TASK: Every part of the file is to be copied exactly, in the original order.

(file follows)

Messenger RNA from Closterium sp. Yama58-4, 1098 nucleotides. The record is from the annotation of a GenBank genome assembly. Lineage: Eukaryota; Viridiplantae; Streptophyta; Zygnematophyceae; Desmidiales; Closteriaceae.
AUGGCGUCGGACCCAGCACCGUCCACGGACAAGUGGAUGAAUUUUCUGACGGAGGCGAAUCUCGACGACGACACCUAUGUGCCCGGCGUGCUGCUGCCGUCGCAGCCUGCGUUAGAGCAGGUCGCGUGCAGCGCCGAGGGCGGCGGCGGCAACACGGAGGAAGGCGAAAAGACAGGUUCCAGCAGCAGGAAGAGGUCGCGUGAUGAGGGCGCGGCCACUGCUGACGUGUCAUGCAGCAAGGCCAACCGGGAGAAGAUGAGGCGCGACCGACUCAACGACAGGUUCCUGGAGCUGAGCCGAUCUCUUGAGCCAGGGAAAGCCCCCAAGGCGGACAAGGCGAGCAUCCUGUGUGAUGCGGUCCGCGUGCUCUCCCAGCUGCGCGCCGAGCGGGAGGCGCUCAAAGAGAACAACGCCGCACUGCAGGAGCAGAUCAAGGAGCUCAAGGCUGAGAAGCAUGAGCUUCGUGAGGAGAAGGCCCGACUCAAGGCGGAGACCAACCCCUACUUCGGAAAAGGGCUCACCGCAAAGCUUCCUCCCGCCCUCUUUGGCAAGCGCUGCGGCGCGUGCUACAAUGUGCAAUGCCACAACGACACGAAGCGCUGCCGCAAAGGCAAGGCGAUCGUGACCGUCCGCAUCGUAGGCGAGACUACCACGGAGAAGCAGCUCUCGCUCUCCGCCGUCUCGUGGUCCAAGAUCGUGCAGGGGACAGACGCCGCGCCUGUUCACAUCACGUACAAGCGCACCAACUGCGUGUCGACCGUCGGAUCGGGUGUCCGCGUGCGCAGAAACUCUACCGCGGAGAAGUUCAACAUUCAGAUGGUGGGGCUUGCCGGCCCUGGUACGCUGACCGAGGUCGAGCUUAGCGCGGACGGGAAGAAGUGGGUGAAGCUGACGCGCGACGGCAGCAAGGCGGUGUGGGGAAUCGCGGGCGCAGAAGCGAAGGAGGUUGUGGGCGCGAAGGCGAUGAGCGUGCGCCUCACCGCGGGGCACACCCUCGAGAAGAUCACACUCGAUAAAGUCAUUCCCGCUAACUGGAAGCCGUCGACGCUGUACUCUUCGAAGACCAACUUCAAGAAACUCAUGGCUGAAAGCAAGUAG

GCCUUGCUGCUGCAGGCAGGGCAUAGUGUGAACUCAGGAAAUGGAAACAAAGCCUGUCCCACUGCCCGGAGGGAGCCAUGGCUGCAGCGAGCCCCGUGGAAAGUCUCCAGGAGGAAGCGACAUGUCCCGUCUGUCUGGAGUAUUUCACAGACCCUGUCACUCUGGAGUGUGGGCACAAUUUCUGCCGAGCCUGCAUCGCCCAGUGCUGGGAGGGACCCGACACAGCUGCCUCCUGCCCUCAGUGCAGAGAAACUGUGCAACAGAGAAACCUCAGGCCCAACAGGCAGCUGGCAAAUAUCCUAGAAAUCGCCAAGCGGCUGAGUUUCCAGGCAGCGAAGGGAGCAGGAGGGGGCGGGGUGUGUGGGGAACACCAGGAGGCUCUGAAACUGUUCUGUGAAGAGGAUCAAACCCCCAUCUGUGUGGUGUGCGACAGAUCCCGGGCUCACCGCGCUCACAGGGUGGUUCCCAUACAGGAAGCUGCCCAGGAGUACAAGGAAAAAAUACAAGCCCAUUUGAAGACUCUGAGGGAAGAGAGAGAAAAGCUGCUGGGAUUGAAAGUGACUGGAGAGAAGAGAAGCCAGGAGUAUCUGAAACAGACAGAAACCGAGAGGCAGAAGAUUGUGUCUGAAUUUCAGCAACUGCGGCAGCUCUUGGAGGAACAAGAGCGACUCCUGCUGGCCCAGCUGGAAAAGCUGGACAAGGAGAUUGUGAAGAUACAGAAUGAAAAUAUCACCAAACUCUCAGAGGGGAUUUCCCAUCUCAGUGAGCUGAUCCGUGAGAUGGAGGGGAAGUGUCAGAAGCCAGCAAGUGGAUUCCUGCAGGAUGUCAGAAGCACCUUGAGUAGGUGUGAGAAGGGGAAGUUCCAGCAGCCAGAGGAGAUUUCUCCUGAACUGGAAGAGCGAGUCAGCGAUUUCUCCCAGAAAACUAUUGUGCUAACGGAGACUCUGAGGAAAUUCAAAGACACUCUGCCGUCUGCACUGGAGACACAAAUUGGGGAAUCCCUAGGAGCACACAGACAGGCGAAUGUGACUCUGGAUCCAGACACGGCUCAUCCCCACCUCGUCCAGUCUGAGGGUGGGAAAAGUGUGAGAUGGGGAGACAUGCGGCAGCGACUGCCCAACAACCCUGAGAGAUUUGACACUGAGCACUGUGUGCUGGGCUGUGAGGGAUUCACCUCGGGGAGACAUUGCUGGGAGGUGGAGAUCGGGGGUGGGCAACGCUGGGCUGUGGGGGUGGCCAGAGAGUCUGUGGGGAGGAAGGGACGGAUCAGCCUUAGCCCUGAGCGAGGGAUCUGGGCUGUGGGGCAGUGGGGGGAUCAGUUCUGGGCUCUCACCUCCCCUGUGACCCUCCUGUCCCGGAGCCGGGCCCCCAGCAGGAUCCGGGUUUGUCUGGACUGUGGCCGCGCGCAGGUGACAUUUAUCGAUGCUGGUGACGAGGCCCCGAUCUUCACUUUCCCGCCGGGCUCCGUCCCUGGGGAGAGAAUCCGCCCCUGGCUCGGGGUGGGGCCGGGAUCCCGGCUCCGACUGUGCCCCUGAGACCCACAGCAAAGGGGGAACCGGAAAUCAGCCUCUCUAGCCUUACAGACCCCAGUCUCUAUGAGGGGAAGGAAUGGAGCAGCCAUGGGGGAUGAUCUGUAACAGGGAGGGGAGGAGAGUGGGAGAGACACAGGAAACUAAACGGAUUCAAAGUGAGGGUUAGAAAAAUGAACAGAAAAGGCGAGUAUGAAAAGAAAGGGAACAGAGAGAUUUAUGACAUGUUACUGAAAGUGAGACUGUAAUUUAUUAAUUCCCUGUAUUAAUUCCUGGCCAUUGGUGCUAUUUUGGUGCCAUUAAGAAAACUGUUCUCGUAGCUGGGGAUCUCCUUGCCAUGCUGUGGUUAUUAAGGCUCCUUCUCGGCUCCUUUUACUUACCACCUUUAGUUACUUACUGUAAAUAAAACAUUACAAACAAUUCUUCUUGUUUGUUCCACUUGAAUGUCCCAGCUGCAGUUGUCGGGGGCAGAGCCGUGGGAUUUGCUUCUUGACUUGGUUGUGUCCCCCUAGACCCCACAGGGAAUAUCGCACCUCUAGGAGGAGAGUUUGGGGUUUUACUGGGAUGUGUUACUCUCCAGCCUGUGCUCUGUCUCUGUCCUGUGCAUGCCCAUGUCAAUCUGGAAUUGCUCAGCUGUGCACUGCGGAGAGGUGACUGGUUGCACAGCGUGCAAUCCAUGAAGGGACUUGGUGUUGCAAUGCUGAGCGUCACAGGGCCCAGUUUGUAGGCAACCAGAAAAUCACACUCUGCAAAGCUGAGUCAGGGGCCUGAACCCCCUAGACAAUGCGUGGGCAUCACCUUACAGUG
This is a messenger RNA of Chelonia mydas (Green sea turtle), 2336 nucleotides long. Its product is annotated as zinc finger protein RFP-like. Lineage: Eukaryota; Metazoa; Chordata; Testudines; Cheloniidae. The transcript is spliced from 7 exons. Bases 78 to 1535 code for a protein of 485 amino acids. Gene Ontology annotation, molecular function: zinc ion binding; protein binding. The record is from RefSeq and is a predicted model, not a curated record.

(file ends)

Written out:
Messenger RNA from Closterium sp. Yama58-4, 1098 nucleotides. The record is from the annotation of a GenBank genome assembly. Lineage: Eukaryota; Viridiplantae; Streptophyta; Zygnematophyceae; Desmidiales; Closteriaceae.
AUGGCGUCGGACCCAGCACCGUCCACGGACAAGUGGAUGAAUUUUCUGACGGAGGCGAAUCUCGACGACGACACCUAUGUGCCCGGCGUGCUGCUGCCGUCGCAGCCUGCGUUAGAGCAGGUCGCGUGCAGCGCCGAGGGCGGCGGCGGCAACACGGAGGAAGGCGAAAAGACAGGUUCCAGCAGCAGGAAGAGGUCGCGUGAUGAGGGCGCGGCCACUGCUGACGUGUCAUGCAGCAAGGCCAACCGGGAGAAGAUGAGGCGCGACCGACUCAACGACAGGUUCCUGGAGCUGAGCCGAUCUCUUGAGCCAGGGAAAGCCCCCAAGGCGGACAAGGCGAGCAUCCUGUGUGAUGCGGUCCGCGUGCUCUCCCAGCUGCGCGCCGAGCGGGAGGCGCUCAAAGAGAACAACGCCGCACUGCAGGAGCAGAUCAAGGAGCUCAAGGCUGAGAAGCAUGAGCUUCGUGAGGAGAAGGCCCGACUCAAGGCGGAGACCAACCCCUACUUCGGAAAAGGGCUCACCGCAAAGCUUCCUCCCGCCCUCUUUGGCAAGCGCUGCGGCGCGUGCUACAAUGUGCAAUGCCACAACGACACGAAGCGCUGCCGCAAAGGCAAGGCGAUCGUGACCGUCCGCAUCGUAGGCGAGACUACCACGGAGAAGCAGCUCUCGCUCUCCGCCGUCUCGUGGUCCAAGAUCGUGCAGGGGACAGACGCCGCGCCUGUUCACAUCACGUACAAGCGCACCAACUGCGUGUCGACCGUCGGAUCGGGUGUCCGCGUGCGCAGAAACUCUACCGCGGAGAAGUUCAACAUUCAGAUGGUGGGGCUUGCCGGCCCUGGUACGCUGACCGAGGUCGAGCUUAGCGCGGACGGGAAGAAGUGGGUGAAGCUGACGCGCGACGGCAGCAAGGCGGUGUGGGGAAUCGCGGGCGCAGAAGCGAAGGAGGUUGUGGGCGCGAAGGCGAUGAGCGUGCGCCUCACCGCGGGGCACACCCUCGAGAAGAUCACACUCGAUAAAGUCAUUCCCGCUAACUGGAAGCCGUCGACGCUGUACUCUUCGAAGACCAACUUCAAGAAACUCAUGGCUGAAAGCAAGUAG

GCCUUGCUGCUGCAGGCAGGGCAUAGUGUGAACUCAGGAAAUGGAAACAAAGCCUGUCCCACUGCCCGGAGGGAGCCAUGGCUGCAGCGAGCCCCGUGGAAAGUCUCCAGGAGGAAGCGACAUGUCCCGUCUGUCUGGAGUAUUUCACAGACCCUGUCACUCUGGAGUGUGGGCACAAUUUCUGCCGAGCCUGCAUCGCCCAGUGCUGGGAGGGACCCGACACAGCUGCCUCCUGCCCUCAGUGCAGAGAAACUGUGCAACAGAGAAACCUCAGGCCCAACAGGCAGCUGGCAAAUAUCCUAGAAAUCGCCAAGCGGCUGAGUUUCCAGGCAGCGAAGGGAGCAGGAGGGGGCGGGGUGUGUGGGGAACACCAGGAGGCUCUGAAACUGUUCUGUGAAGAGGAUCAAACCCCCAUCUGUGUGGUGUGCGACAGAUCCCGGGCUCACCGCGCUCACAGGGUGGUUCCCAUACAGGAAGCUGCCCAGGAGUACAAGGAAAAAAUACAAGCCCAUUUGAAGACUCUGAGGGAAGAGAGAGAAAAGCUGCUGGGAUUGAAAGUGACUGGAGAGAAGAGAAGCCAGGAGUAUCUGAAACAGACAGAAACCGAGAGGCAGAAGAUUGUGUCUGAAUUUCAGCAACUGCGGCAGCUCUUGGAGGAACAAGAGCGACUCCUGCUGGCCCAGCUGGAAAAGCUGGACAAGGAGAUUGUGAAGAUACAGAAUGAAAAUAUCACCAAACUCUCAGAGGGGAUUUCCCAUCUCAGUGAGCUGAUCCGUGAGAUGGAGGGGAAGUGUCAGAAGCCAGCAAGUGGAUUCCUGCAGGAUGUCAGAAGCACCUUGAGUAGGUGUGAGAAGGGGAAGUUCCAGCAGCCAGAGGAGAUUUCUCCUGAACUGGAAGAGCGAGUCAGCGAUUUCUCCCAGAAAACUAUUGUGCUAACGGAGACUCUGAGGAAAUUCAAAGACACUCUGCCGUCUGCACUGGAGACACAAAUUGGGGAAUCCCUAGGAGCACACAGACAGGCGAAUGUGACUCUGGAUCCAGACACGGCUCAUCCCCACCUCGUCCAGUCUGAGGGUGGGAAAAGUGUGAGAUGGGGAGACAUGCGGCAGCGACUGCCCAACAACCCUGAGAGAUUUGACACUGAGCACUGUGUGCUGGGCUGUGAGGGAUUCACCUCGGGGAGACAUUGCUGGGAGGUGGAGAUCGGGGGUGGGCAACGCUGGGCUGUGGGGGUGGCCAGAGAGUCUGUGGGGAGGAAGGGACGGAUCAGCCUUAGCCCUGAGCGAGGGAUCUGGGCUGUGGGGCAGUGGGGGGAUCAGUUCUGGGCUCUCACCUCCCCUGUGACCCUCCUGUCCCGGAGCCGGGCCCCCAGCAGGAUCCGGGUUUGUCUGGACUGUGGCCGCGCGCAGGUGACAUUUAUCGAUGCUGGUGACGAGGCCCCGAUCUUCACUUUCCCGCCGGGCUCCGUCCCUGGGGAGAGAAUCCGCCCCUGGCUCGGGGUGGGGCCGGGAUCCCGGCUCCGACUGUGCCCCUGAGACCCACAGCAAAGGGGGAACCGGAAAUCAGCCUCUCUAGCCUUACAGACCCCAGUCUCUAUGAGGGGAAGGAAUGGAGCAGCCAUGGGGGAUGAUCUGUAACAGGGAGGGGAGGAGAGUGGGAGAGACACAGGAAACUAAACGGAUUCAAAGUGAGGGUUAGAAAAAUGAACAGAAAAGGCGAGUAUGAAAAGAAAGGGAACAGAGAGAUUUAUGACAUGUUACUGAAAGUGAGACUGUAAUUUAUUAAUUCCCUGUAUUAAUUCCUGGCCAUUGGUGCUAUUUUGGUGCCAUUAAGAAAACUGUUCUCGUAGCUGGGGAUCUCCUUGCCAUGCUGUGGUUAUUAAGGCUCCUUCUCGGCUCCUUUUACUUACCACCUUUAGUUACUUACUGUAAAUAAAACAUUACAAACAAUUCUUCUUGUUUGUUCCACUUGAAUGUCCCAGCUGCAGUUGUCGGGGGCAGAGCCGUGGGAUUUGCUUCUUGACUUGGUUGUGUCCCCCUAGACCCCACAGGGAAUAUCGCACCUCUAGGAGGAGAGUUUGGGGUUUUACUGGGAUGUGUUACUCUCCAGCCUGUGCUCUGUCUCUGUCCUGUGCAUGCCCAUGUCAAUCUGGAAUUGCUCAGCUGUGCACUGCGGAGAGGUGACUGGUUGCACAGCGUGCAAUCCAUGAAGGGACUUGGUGUUGCAAUGCUGAGCGUCACAGGGCCCAGUUUGUAGGCAACCAGAAAAUCACACUCUGCAAAGCUGAGUCAGGGGCCUGAACCCCCUAGACAAUGCGUGGGCAUCACCUUACAGUG
This is a messenger RNA of Chelonia mydas (Green sea turtle), 2336 nucleotides long. Its product is annotated as zinc finger protein RFP-like. Lineage: Eukaryota; Metazoa; Chordata; Testudines; Cheloniidae. The transcript is spliced from 7 exons. Bases 78 to 1535 code for a protein of 485 amino acids. Gene Ontology annotation, molecular function: zinc ion binding; protein binding. The record is from RefSeq and is a predicted model, not a curated record.